Objects passed to data.frame should have the same number of rows, but atomic vectors (see is.vector ), factors and character vectors protected by I will be recycled a whole number of times if necessary (including as elements of list arguments).

If row names are not supplied in the call to data.frame , the row names are taken from the first component that has suitable names, for example a named vector or a matrix with rownames or a data frame. (If that component is subsequently recycled, the names are discarded with a warning.) If row.names was supplied as NULL or no suitable component was found the row names are the integer sequence starting at one (and such row names are considered to be ‘automatic’, and not preserved by as.matrix ).

If row names are supplied of length one and the data frame has a single row, the row.names is taken to specify the row names and not a column (by name or number).

Names are removed from vector inputs not protected by I .

default.stringsAsFactors is a utility that takes getOption(«stringsAsFactors») and ensures the result is TRUE or FALSE (or throws an error if the value is not NULL ).


Chambers, J. M. (1992) Data for models. Chapter 3 of Statistical Models in S eds J. M. Chambers and T. J. Hastie, Wadsworth & Brooks/Cole.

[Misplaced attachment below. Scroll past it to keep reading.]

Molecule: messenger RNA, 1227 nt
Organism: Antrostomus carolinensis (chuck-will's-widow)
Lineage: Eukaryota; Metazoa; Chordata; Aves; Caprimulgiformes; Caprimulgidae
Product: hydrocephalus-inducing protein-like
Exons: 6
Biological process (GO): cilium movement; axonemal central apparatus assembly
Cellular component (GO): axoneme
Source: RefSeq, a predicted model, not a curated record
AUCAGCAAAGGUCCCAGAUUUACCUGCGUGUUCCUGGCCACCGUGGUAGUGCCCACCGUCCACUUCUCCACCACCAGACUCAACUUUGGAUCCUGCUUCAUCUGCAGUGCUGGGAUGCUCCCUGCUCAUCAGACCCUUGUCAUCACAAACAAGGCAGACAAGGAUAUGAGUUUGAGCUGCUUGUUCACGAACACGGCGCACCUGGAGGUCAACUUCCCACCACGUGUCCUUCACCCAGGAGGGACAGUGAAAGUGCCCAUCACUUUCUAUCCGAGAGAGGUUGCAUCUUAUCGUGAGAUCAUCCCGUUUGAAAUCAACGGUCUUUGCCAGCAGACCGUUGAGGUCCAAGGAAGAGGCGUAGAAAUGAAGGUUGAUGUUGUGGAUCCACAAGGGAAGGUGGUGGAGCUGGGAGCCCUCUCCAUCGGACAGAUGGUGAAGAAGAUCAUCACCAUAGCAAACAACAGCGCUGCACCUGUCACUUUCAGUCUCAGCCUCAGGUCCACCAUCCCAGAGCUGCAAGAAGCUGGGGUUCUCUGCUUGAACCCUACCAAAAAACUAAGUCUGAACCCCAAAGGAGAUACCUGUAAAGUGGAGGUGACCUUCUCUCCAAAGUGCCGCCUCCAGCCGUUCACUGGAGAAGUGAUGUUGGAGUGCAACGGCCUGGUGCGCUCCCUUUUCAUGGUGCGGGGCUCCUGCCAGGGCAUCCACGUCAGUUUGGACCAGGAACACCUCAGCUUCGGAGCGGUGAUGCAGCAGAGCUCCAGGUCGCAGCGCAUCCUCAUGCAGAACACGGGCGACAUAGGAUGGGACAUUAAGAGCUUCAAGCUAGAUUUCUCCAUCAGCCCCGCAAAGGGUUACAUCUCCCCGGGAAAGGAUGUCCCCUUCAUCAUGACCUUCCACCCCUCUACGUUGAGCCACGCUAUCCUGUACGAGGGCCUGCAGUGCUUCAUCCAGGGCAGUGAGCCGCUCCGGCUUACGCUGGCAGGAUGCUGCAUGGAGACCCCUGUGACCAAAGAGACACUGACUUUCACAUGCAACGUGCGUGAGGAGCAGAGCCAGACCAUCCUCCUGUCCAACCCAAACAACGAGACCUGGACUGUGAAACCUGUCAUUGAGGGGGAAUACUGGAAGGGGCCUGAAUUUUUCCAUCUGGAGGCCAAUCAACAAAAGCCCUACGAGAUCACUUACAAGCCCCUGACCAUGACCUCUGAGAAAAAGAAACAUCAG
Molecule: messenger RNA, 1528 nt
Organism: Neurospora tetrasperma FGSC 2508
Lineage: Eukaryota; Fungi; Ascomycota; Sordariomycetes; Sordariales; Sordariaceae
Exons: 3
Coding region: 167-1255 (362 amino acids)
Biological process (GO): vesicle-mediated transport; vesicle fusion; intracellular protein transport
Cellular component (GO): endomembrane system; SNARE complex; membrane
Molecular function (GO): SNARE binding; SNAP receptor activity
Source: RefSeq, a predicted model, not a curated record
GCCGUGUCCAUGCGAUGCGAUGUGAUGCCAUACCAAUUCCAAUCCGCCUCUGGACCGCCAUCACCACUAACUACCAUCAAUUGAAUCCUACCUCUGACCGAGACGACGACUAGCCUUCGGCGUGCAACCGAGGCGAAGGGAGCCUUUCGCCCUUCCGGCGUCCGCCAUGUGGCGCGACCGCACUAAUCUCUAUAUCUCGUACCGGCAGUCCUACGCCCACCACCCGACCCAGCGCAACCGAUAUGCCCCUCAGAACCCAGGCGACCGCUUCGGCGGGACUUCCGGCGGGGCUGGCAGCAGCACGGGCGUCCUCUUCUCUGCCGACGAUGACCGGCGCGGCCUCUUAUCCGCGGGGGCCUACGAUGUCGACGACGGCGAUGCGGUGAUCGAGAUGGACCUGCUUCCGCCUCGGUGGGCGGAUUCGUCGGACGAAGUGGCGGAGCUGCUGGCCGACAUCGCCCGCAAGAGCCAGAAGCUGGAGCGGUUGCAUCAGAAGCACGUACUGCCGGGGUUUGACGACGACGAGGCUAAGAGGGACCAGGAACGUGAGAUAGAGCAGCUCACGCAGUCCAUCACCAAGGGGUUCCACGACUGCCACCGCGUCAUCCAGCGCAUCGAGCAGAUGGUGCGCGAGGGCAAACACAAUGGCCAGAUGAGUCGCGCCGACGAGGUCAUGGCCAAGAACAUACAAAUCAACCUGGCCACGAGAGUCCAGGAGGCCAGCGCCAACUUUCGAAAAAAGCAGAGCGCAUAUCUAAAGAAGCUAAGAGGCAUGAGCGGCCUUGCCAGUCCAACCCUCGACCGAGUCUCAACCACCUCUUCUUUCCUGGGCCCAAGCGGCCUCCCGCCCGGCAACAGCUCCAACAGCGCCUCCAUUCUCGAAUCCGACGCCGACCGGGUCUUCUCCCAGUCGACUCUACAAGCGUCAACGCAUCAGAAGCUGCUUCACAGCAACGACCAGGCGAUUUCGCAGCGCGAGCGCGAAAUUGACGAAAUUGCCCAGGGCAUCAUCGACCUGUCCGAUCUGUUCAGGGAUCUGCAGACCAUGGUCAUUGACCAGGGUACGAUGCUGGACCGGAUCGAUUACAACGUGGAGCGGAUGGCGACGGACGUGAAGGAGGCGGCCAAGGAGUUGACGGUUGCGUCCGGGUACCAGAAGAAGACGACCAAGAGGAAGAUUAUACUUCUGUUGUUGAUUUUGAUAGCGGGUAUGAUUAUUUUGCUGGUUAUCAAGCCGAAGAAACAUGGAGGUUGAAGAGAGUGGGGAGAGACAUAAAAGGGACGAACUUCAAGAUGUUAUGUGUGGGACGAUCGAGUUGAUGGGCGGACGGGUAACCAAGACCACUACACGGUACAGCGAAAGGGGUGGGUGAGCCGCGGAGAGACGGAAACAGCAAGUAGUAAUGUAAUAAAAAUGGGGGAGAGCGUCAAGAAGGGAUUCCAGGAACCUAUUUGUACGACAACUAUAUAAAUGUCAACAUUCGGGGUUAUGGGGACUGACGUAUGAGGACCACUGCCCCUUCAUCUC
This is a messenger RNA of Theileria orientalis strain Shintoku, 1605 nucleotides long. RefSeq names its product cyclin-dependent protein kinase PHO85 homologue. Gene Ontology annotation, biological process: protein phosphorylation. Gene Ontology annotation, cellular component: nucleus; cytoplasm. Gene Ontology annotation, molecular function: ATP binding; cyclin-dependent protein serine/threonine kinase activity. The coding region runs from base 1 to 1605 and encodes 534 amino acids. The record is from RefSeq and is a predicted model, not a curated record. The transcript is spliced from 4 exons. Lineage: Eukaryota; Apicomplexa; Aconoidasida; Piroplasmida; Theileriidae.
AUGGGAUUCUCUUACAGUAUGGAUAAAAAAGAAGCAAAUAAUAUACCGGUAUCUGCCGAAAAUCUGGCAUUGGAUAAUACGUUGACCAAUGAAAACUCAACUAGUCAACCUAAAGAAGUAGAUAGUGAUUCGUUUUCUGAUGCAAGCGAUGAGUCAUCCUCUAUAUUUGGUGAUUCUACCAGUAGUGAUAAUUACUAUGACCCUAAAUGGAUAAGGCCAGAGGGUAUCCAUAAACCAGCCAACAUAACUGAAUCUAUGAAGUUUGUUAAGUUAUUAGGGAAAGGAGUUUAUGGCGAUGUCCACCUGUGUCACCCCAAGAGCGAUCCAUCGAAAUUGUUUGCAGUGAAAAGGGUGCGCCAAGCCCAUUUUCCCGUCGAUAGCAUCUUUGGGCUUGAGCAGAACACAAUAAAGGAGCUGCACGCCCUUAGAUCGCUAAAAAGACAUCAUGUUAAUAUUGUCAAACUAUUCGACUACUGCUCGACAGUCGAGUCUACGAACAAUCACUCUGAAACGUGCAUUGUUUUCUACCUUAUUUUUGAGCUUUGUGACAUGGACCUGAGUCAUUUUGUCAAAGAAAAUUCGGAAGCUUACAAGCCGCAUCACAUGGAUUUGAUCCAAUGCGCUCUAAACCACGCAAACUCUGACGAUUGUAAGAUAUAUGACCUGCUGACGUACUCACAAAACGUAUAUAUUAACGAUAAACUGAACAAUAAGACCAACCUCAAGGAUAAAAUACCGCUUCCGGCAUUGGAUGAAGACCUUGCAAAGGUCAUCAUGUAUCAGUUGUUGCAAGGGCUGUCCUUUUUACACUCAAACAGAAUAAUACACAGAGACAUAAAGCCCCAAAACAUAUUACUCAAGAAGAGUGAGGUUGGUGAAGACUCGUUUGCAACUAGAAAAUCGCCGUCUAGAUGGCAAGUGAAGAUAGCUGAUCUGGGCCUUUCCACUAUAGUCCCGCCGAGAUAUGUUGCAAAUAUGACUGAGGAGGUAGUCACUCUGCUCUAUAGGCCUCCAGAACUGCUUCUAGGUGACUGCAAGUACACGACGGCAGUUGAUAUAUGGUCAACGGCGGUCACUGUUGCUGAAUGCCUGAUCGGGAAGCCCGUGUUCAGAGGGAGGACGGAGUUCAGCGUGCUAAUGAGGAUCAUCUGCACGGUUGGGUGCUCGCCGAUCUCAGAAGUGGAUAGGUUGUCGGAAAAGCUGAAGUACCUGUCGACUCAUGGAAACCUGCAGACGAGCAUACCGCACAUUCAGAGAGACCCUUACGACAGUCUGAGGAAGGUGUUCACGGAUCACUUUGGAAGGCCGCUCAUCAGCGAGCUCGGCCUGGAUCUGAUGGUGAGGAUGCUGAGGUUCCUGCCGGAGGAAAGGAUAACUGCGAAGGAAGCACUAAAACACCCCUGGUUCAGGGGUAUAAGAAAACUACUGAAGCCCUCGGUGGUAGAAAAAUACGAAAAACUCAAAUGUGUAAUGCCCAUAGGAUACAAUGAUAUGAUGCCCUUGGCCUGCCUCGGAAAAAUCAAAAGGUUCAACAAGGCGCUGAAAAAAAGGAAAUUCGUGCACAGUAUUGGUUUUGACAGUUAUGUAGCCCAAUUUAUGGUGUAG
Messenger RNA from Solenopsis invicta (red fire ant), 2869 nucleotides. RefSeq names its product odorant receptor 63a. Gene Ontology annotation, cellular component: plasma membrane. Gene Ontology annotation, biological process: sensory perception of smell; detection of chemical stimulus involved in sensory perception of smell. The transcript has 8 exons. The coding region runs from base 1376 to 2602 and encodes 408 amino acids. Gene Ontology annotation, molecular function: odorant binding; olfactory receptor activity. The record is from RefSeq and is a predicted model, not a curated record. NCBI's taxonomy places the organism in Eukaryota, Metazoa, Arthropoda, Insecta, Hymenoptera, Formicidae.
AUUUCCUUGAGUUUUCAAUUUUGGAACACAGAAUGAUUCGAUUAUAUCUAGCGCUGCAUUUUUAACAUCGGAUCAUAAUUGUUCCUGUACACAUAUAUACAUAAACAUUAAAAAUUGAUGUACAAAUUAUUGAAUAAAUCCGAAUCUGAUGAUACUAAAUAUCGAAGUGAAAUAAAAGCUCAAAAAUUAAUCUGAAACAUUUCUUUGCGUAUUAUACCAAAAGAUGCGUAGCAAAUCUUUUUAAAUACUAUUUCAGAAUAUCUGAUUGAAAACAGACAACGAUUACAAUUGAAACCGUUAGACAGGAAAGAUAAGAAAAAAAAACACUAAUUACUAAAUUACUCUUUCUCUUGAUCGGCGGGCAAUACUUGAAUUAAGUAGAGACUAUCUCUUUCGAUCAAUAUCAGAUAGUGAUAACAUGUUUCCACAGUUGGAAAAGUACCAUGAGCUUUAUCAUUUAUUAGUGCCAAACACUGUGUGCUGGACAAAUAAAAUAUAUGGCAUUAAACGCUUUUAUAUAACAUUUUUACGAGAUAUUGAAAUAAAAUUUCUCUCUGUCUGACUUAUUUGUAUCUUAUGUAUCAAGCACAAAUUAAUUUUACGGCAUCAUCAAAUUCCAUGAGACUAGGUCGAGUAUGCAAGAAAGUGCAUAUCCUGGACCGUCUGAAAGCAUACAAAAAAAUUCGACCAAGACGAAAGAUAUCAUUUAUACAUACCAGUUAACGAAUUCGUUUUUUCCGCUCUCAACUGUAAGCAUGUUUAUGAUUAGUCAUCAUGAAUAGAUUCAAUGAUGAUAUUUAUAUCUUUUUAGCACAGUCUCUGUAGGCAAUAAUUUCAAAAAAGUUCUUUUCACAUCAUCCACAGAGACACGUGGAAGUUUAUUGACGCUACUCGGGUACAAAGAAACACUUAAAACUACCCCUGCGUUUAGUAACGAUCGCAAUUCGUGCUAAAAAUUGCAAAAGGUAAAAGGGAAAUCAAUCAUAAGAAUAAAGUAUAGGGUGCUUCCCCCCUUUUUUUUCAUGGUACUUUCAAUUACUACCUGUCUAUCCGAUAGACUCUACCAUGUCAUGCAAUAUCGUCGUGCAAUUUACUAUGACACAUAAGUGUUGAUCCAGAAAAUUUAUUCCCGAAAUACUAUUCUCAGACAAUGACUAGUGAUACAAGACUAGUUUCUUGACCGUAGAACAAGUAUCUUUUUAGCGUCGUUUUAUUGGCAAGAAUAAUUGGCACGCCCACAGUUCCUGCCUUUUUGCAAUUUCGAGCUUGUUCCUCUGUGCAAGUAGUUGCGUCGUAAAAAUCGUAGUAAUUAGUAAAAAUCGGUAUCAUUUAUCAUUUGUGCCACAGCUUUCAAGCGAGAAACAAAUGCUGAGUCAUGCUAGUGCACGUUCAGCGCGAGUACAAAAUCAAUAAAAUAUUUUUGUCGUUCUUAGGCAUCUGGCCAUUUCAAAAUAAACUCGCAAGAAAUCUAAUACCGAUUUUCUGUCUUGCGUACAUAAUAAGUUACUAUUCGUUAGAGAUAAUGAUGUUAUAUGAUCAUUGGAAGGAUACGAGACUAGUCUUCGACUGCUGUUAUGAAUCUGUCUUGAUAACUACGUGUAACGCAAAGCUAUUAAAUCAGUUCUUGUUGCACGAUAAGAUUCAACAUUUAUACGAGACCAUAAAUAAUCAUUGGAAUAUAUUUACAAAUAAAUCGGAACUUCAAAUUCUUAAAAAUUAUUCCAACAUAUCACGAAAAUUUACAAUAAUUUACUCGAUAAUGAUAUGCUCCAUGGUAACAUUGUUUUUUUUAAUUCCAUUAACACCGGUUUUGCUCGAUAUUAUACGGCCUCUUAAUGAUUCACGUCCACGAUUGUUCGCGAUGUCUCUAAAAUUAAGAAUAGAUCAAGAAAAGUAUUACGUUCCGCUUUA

See Also


# NOT RUN L3  LETTERS[1:3] fac  10, replace = TRUE) (d  1, y = 1:10, fac = fac)) ## The "same" with automatic column names: data.frame(1, 1:10, sample(L3, 10, replace = TRUE)) is.data.frame(d) ## do not convert to factor, using I() : (dd letters[1:10]))) rbind(class = sapply(dd, class), mode = sapply(dd, mode)) stopifnot(1:10 == row.names(d)) # (d0  FALSE]) # data frame with 0 columns and 10 rows (d.0 FALSE, ]) # data frame (3 named cols) (d00 FALSE, ]) # data frame with 0 columns and 0 rows # > 

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A DataFrame is a data structure that organizes data into a 2-dimensional table of rows and columns, much like a spreadsheet. DataFrames are one of the most common data structures used in modern data analytics because they are a flexible and intuitive way of storing and working with data.

Every DataFrame contains a blueprint, known as a schema, that defines the name and data type of each column. Spark DataFrames can contain universal data types like StringType and IntegerType, as well as data types that are specific to Spark, such as StructType. Missing or incomplete values are stored as null values in the DataFrame.

A simple analogy is that a DataFrame is like a spreadsheet with named columns. However, the difference between them is that while a spreadsheet sits on one computer in one specific location, a DataFrame can span thousands of computers. In this way, DataFrames make it possible to do analytics on big data, using distributed computing clusters.

The reason for putting the data on more than one computer should be intuitive: either the data is too large to fit on one machine or it would simply take too long to perform that computation on one machine.


The concept of a DataFrame is common across many different languages and frameworks. DataFrames are the main data type used in pandas, the popular Python data analysis library, and DataFrames are also used in R, Scala, and other languages.